Robots photo

Digging Deep

Centuries of underwater volcanic activity have blanketed the ocean floor in precious metals. Now, with the aid of the world’s most powerful excavation machines, a company called Nautilus Minerals is set to begin extracting those metals from the first large-scale deep-sea mine. The Toronto-based firm teamed up with the deep-sea trencher specialist Soil Machine Dynamics to build three remotely operated machines. Hybrids of land excavators, sea robots, and vacuum cleaners, they will work together to harvest rock from the seafloor, smash it into bits, and then send it to the surface.

Last year, Nautilus won a 20-year lease from Papua New Guinea to mine in the Bismarck Sea. The company’s first customer, Tongling Nonferrous Metals Group of China, has already claimed the entire contents of the first site, Solwara 1, which is roughly the size of 21 football fields and contains 240,000 tons of copper and 25,000 pounds of gold, plus silver and zinc. Although metal prices fluctuate, the total take could approach $3 billion. Nautilus plans to put its machines to work by the end of next year.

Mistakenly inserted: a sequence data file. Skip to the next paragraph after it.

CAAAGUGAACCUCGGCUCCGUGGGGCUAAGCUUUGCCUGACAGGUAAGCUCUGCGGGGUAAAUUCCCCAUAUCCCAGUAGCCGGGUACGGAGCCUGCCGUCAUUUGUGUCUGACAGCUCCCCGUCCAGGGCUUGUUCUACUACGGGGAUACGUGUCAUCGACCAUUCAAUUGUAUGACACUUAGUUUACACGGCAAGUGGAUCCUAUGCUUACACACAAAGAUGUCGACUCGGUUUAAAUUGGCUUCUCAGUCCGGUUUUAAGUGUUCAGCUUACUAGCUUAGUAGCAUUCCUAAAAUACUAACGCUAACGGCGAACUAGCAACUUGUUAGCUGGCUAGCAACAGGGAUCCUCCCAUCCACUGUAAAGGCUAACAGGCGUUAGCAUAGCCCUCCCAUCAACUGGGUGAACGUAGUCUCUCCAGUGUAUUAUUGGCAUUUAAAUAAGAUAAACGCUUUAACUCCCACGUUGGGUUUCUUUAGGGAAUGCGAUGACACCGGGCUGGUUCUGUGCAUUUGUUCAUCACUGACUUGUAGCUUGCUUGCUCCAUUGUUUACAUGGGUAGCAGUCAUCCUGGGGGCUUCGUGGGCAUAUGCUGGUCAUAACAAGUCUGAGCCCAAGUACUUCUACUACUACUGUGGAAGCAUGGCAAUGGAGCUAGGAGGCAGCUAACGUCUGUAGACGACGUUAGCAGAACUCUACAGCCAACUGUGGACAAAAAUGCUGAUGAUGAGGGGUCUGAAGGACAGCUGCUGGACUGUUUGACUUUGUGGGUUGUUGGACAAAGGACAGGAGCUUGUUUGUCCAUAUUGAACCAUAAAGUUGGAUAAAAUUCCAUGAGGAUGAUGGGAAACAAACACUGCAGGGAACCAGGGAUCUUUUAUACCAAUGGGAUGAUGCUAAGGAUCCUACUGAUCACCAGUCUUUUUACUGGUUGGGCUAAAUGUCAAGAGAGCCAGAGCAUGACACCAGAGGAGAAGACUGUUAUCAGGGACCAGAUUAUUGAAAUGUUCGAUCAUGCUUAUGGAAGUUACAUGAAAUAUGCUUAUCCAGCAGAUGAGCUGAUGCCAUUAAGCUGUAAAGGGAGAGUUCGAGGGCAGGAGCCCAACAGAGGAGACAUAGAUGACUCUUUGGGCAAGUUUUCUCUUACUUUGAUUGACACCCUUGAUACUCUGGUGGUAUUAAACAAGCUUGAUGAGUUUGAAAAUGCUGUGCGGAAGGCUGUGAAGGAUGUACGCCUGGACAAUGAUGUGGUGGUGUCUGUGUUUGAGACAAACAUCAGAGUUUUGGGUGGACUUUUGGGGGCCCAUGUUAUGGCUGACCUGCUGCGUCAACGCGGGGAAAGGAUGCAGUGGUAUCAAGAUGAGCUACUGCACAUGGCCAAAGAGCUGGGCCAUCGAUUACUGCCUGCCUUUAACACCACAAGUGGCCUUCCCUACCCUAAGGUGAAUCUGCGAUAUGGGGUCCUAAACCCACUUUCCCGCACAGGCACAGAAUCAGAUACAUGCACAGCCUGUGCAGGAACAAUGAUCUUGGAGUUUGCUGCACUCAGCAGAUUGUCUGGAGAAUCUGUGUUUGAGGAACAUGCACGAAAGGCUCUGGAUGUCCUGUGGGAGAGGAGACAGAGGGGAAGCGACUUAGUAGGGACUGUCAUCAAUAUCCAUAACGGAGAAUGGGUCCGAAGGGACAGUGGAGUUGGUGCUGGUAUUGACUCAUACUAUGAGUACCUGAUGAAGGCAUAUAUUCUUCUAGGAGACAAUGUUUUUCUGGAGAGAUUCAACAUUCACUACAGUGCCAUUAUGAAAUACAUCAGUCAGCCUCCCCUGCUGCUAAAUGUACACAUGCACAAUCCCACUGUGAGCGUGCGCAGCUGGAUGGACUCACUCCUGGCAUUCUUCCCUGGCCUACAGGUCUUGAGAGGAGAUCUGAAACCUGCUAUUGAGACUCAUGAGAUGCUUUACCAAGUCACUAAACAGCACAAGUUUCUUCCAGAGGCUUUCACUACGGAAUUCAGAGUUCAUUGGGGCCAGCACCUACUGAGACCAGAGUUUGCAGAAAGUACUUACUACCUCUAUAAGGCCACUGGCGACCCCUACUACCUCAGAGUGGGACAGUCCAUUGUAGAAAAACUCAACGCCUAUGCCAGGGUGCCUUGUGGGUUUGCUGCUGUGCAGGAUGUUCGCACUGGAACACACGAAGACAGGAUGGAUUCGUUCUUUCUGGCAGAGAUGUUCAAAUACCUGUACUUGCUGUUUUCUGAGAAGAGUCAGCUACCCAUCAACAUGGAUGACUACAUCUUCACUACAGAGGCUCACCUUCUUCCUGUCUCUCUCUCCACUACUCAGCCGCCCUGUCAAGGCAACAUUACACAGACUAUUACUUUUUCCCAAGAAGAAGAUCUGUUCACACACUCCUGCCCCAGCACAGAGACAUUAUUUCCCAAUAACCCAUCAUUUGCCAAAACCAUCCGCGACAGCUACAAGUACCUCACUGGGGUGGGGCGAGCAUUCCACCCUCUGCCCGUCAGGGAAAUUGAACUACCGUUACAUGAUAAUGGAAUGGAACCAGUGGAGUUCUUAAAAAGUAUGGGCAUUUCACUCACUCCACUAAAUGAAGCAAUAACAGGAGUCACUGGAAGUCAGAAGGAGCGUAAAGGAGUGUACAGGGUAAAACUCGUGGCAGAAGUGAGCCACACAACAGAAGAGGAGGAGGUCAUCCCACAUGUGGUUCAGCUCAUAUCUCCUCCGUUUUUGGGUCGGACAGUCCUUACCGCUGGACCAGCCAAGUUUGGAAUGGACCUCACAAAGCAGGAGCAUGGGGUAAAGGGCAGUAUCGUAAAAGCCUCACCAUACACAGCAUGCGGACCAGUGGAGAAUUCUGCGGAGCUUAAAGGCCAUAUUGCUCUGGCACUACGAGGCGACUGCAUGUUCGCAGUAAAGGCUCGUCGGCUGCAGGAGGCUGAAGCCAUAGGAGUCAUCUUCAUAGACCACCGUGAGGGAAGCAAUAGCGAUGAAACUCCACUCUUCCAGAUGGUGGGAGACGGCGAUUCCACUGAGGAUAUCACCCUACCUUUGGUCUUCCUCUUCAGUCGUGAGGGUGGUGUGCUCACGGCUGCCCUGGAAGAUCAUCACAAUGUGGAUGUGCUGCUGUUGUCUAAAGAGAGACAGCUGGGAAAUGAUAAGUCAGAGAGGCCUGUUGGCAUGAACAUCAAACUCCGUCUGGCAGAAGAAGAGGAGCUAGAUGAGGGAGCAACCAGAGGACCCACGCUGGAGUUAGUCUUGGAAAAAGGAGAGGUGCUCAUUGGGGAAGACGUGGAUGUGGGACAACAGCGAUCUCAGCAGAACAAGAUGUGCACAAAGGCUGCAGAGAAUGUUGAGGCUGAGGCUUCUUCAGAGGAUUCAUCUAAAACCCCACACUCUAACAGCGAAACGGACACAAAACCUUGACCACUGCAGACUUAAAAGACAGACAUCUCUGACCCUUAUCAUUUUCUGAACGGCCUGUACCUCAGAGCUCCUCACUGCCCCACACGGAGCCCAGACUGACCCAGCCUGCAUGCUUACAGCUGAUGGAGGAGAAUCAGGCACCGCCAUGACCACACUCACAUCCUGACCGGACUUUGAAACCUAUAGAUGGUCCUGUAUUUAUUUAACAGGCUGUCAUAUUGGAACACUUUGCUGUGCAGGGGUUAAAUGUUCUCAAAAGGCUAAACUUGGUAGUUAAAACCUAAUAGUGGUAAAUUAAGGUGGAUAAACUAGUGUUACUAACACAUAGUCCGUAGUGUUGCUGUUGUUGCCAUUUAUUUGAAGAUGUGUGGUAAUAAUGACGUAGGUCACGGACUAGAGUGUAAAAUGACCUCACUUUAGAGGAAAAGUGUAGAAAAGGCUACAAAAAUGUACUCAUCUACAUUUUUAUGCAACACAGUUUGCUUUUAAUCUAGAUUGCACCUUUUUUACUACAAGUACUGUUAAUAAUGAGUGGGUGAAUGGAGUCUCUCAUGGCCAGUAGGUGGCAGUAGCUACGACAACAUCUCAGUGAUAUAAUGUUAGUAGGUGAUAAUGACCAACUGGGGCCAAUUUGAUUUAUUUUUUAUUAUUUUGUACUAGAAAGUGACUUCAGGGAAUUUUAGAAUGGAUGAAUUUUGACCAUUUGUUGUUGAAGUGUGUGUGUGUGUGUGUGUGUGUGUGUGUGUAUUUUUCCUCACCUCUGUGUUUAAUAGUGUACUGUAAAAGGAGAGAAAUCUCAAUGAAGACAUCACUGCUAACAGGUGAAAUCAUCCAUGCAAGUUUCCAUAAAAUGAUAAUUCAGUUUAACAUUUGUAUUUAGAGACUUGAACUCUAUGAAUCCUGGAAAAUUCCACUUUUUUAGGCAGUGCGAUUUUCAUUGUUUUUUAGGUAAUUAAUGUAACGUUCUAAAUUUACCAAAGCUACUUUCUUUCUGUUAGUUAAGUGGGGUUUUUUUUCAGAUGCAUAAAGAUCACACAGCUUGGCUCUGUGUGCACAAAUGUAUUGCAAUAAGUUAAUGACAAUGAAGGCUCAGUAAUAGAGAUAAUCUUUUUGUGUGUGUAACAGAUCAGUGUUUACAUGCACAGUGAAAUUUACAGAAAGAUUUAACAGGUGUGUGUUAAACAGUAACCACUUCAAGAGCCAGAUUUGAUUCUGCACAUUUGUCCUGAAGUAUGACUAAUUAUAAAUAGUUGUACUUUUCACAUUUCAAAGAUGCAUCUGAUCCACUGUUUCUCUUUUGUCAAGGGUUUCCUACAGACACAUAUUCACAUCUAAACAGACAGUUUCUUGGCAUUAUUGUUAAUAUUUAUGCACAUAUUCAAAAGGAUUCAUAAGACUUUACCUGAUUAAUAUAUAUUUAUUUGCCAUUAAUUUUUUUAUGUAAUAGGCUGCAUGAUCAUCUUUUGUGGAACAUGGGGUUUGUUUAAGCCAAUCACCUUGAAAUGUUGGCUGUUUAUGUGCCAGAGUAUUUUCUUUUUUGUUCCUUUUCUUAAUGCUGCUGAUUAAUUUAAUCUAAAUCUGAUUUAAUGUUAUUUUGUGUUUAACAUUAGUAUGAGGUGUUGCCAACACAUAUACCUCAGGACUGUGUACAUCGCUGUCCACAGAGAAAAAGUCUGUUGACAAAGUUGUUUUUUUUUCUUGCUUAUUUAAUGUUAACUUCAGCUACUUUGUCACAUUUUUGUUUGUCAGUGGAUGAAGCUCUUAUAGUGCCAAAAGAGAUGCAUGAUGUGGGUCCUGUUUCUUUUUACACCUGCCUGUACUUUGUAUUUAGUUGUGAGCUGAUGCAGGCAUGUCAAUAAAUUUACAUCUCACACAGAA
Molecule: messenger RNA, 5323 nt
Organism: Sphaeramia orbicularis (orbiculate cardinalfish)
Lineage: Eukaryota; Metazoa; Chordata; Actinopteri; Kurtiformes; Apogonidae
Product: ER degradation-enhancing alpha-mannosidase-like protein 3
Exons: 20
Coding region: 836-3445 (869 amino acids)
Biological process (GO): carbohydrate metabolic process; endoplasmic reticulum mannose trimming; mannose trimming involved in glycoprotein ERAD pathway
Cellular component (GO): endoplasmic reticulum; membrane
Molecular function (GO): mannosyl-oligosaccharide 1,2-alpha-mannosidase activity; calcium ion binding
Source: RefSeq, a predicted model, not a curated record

1. From a ship on the surface, a crew sends down remotely operated vehicles (A) to do final surveys and help install 14 sonar buoys, which will track the three mining machines to within 1.5 feet.

2. Workers lower each machine to the seafloor a mile below using a pair of steel cables. One cable provides support (G). The other contains communication, power, and navigation lines (D). During the 1.5-hour descent, operators orient the machine by firing its thrusters (I).

3. Once on the ocean floor, the machines move on Caterpillar-style tracks (J). They send HD video and 3-D sonar maps back to operators aboard the ship.

4. The auxiliary-cutter machine (H) harvests rock from steep and uneven areas on the seafloor. Two hundred tungsten-carbide teeth (K) mounted on an adjustable boom chomp the rock into small pieces. The bulk-cutter machine (B) follows behind, harvesting rock from flat areas using a rotating cylinder (C) equipped with three-inch teeth.

5. Both cutters grind the rocks to under two inches in diameter and then suck them through their bodies, where internal sensors measure the rubble’s density, speed of flow, temperature, pressure, and vibration. After that, the cutters deposit it on the seafloor. The process is slow—the cutters will move at about three feet a minute—so the company plans to operate the machines 24 hours a day.

6. The collecting machine (E) follows the cutters and delivers the wet rock slurry to an external 150-ton pump (F) suspended near the ocean floor, which propels the material to the surface through a rubber pipe reinforced with steel and Kevlar.

7. On the ship, a dewatering plant filters the rock slurry and spins it dry. Workers then load the material onto a barge to bring it to shore
for refining.